Many ques­tions raised over Os­borne ap­point­ment

The Guardian - - JOURNAL -

Ge­orge Os­borne’s ap­point­ment (Re­port, 18 March) merely con­firms what Lon­don­ers have al­ways known – that the Stan­dard is a rightwing rag. For­tu­nately its in­flu­ence seems to be min­i­mal, ev­i­denced by Sadiq Khan’s tri­umph in the may­oral elec­tions de­spite the cam­paign the Stan­dard ran in favour of Zac Gold­smith, of which some as­pects were racist in tone. Much more wor­ry­ing is the ap­point­ment of Sarah Sands, who was in charge of the Stan­dard dur­ing that cam­paign, as ed­i­tor of the To­day pro­gramme de­spite fail­ing to have any ex­pe­ri­ence of broad­cast jour­nal­ism, for ex­am­ple.

The bias shown by To­day against the Labour party in the 2015 gen­eral elec­tion – wit­ness John Humphrys’ de­ri­sive tone to­wards Ed Miliband in his fi­nal in­ter­view, com­pared with the re­spect­ful ac­cep­tance of every­thing said by Nick Clegg and David Cameron in their in­ter­views – and the de­ri­sion they have sub­se­quently heaped on Jeremy Cor­byn, is wor­ry­ing devel­op­ment and this ap­point­ment may only ex­ac­er­bate it.

Chris Wal­lis Stock­port

• I find it odd that the Stan­dard wants an ed­i­tor who has no jour­nal­is­tic ex­pe­ri­ence or qual­i­fi­ca­tion (and lit­tle time) and, if I worked there, I’d be very dis­ap­pointed not to have been given the op­por­tu­nity to ap­ply for the job. But what re­ally wor­ries me is the fact no one else seems to find it wrong that highly paid, highly re­spon­si­ble ap­point­ments can be made with­out any proper open process. The only one of Os­borne’s jobs to have any sem­blance of hav­ing been gained in open com­pe­ti­tion is that of MP for Tat­ton, and that is a de facto pocket bor­ough for the Tories. He lives in a world of priv­i­lege and sinecure that should shame us all.

Steve Lup­ton Manch­ester

• Ian Jack’s hatchet-job on Daily Mail ed­i­tor Paul Dacre (Book of the day, 18 March) car­i­ca­tures him as a rant­ing monster try­ing to force his own agenda on Bri­tain. Yet noth­ing is said about how Dacre fought harder than any Fleet Street ed­i­tor for the lib­erty of the press when he stood be­hind jour­nal­ists like me caught in the Met po­lice’s Op­er­a­tion Elve­den witch-hunt. In the end, af­ter mul­ti­ple ac­quit­tals, even the Guardian agreed with the Mail that it would have been wrong to jail jour­nal­ists who had to pay for in­for­ma­tion to ex­pose scan­dals in the pub­lic in­ter­est. Away from the news­room, Dacre is a kind man loyal to his friends, and is it re­ally so shock­ing that an ed­i­tor loses his rag at edi­tion time? And no, I don’t work for him.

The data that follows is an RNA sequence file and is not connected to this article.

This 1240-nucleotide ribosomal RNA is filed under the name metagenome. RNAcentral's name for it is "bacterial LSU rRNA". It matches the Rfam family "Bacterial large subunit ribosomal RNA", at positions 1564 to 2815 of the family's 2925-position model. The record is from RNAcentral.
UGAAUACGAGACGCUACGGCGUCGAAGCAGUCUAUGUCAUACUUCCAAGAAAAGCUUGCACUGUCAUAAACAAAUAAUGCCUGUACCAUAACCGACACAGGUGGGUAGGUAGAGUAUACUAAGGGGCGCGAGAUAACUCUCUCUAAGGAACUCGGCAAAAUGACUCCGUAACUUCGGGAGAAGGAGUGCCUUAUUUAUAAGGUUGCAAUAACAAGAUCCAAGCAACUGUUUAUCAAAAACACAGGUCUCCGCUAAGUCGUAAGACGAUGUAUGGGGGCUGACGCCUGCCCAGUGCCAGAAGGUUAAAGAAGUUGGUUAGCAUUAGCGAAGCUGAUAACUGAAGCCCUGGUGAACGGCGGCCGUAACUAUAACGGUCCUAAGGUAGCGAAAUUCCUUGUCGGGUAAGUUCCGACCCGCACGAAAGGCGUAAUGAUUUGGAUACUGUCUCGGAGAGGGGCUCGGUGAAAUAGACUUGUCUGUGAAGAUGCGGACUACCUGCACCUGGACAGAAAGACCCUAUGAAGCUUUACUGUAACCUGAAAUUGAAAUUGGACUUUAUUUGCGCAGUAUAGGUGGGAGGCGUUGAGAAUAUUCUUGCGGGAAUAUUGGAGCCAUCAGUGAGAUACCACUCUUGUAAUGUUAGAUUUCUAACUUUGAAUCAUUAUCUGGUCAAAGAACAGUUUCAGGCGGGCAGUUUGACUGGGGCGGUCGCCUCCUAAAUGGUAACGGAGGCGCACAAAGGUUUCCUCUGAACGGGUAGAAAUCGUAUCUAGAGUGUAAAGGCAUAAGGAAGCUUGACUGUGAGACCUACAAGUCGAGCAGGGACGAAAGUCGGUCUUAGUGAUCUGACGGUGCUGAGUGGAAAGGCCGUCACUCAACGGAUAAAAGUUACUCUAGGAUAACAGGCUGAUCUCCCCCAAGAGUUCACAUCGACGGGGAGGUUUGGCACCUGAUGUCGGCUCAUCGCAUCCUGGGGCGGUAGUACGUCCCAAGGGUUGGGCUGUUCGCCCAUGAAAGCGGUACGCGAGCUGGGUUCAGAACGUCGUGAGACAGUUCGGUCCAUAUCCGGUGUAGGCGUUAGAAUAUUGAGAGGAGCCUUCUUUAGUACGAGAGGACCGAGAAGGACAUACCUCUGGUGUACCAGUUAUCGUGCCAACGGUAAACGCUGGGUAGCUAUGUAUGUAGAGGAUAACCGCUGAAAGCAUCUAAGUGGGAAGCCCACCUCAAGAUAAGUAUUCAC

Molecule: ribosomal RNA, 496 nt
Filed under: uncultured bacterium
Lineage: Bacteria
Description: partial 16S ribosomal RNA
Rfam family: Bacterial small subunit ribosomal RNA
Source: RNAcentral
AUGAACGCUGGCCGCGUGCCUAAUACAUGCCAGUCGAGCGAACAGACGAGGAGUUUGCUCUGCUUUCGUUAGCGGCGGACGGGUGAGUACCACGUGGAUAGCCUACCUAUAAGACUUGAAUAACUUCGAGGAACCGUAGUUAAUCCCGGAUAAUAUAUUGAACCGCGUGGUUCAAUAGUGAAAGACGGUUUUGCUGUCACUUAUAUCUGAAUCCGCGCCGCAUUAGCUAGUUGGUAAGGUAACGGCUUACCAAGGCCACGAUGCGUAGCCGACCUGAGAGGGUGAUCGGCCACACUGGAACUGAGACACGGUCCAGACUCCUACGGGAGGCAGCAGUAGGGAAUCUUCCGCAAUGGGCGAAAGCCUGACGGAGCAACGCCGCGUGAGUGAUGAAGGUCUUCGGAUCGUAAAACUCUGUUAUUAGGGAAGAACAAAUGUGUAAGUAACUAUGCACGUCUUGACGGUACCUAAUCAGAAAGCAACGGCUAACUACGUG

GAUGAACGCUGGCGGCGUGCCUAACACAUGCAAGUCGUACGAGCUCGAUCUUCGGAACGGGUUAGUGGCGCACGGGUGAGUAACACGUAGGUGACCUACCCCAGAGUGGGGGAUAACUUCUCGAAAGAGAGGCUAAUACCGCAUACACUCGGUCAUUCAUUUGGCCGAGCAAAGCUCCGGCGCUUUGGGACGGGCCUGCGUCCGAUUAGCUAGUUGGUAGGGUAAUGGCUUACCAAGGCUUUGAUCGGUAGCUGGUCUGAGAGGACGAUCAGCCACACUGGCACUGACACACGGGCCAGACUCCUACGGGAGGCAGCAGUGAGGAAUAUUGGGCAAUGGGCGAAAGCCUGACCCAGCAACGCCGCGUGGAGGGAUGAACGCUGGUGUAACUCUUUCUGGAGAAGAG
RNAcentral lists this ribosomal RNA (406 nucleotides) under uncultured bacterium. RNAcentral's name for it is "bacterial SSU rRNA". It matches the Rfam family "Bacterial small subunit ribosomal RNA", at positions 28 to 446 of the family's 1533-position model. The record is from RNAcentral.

Fer­gus Shana­han Fel­sted, Es­sex

• Through­out all of the cov­er­age of press own­er­ship and im­pro­pri­ety from the Leve­son in­quiry on­ward, we have heard the press’s key de­fence against any in­ter­fer­ence, reg­u­la­tion or crit­i­cism of its prac­tices – that its free­dom must be pro­tected at all costs from con­trol by politi­cians. Has any jour­nal­ist pointed out the rank hypocrisy of the Stan­dard in ap­point­ing a cur­rent MP to the top edi­to­rial job on its staff ?

Will Piper Lon­don

• Putting Ru­pert Mur­doch’s Fox in con­trol of an­other piece of our news me­dia (Reg­u­la­tor to in­ves­ti­gate Mur­doch’s £11.7bn Sky bid, 17 March), given Fox News’s rep­u­ta­tion for sen­sa­tion­al­ist news in the US, and the pre­vi­ous his­tory of lies and de­cep­tion over phone hack­ing by News Corp news­pa­pers in the UK, is like set­ting a fox to guard a hen house. The fre­quent vis­its of Mur­doch and his se­nior ex­ec­u­tives to No 10 add a fur­ther worry that our gov­ern­ment is be­ing sub­verted for US cor­po­rate in­ter­ests and not the UK peo­ple’s ben­e­fit.

He who con­trols news can con­trol a coun­try’s ap­par­ent point of view. Fif­teen per cent max­i­mum of for­eign, non-res­i­dent own­er­ship should be ur­gently leg­is­lated in order to end ex­ter­nal po­lit­i­cal in­flu­ence and in­ter­fer­ence in UK pol­i­tics.

Nigel Cross­ley Folke­stone, Kent

• Why is Os­borne’s role as chair of the North­ern Pow­er­house Part­ner­ship (what­ever it ac­tu­ally is) es­cap­ing scru­tiny now he’s the new ed­i­tor of the Stan­dard? True, he’s un­paid as NPP chair. But the or­gan­i­sa­tion is cur­rently re­cruit­ing a head of me­dia and ex­ter­nal af­fairs, some­one “to drive the cre­ation and de­liv­ery of a me­dia strat­egy across re­gional and na­tional chan­nels”. Thus, ed­i­tor Os­borne’s role at the NPP is a rel­e­vant in­ter­est.

Alex May Manch­ester

• I’m wor­ried about the hours that Ge­orge Os­borne must be do­ing to meet his work obli­ga­tions. There is leg­is­la­tion to pro­tect him. The work­ing time reg­u­la­tions (orig­i­nat­ing from Euro­pean leg­is­la­tion) set this at 48 hours per week. I won­der if he’s opted out of this?

Jane Ed­wards Sh­effield

• When they next com­pile the statis­tics for the num­ber of peo­ple in work in the coun­try, pre­sum­ably Ge­orge Os­borne will count as three.

Alan Wee­den Ep­som, Sur­rey

Fre­quent vis­its of Mur­doch and his ex­ec­u­tives to No 10 add worry our gov­ern­ment is be­ing sub­verted for US cor­po­rate in­ter­ests Nigel Cross­ley

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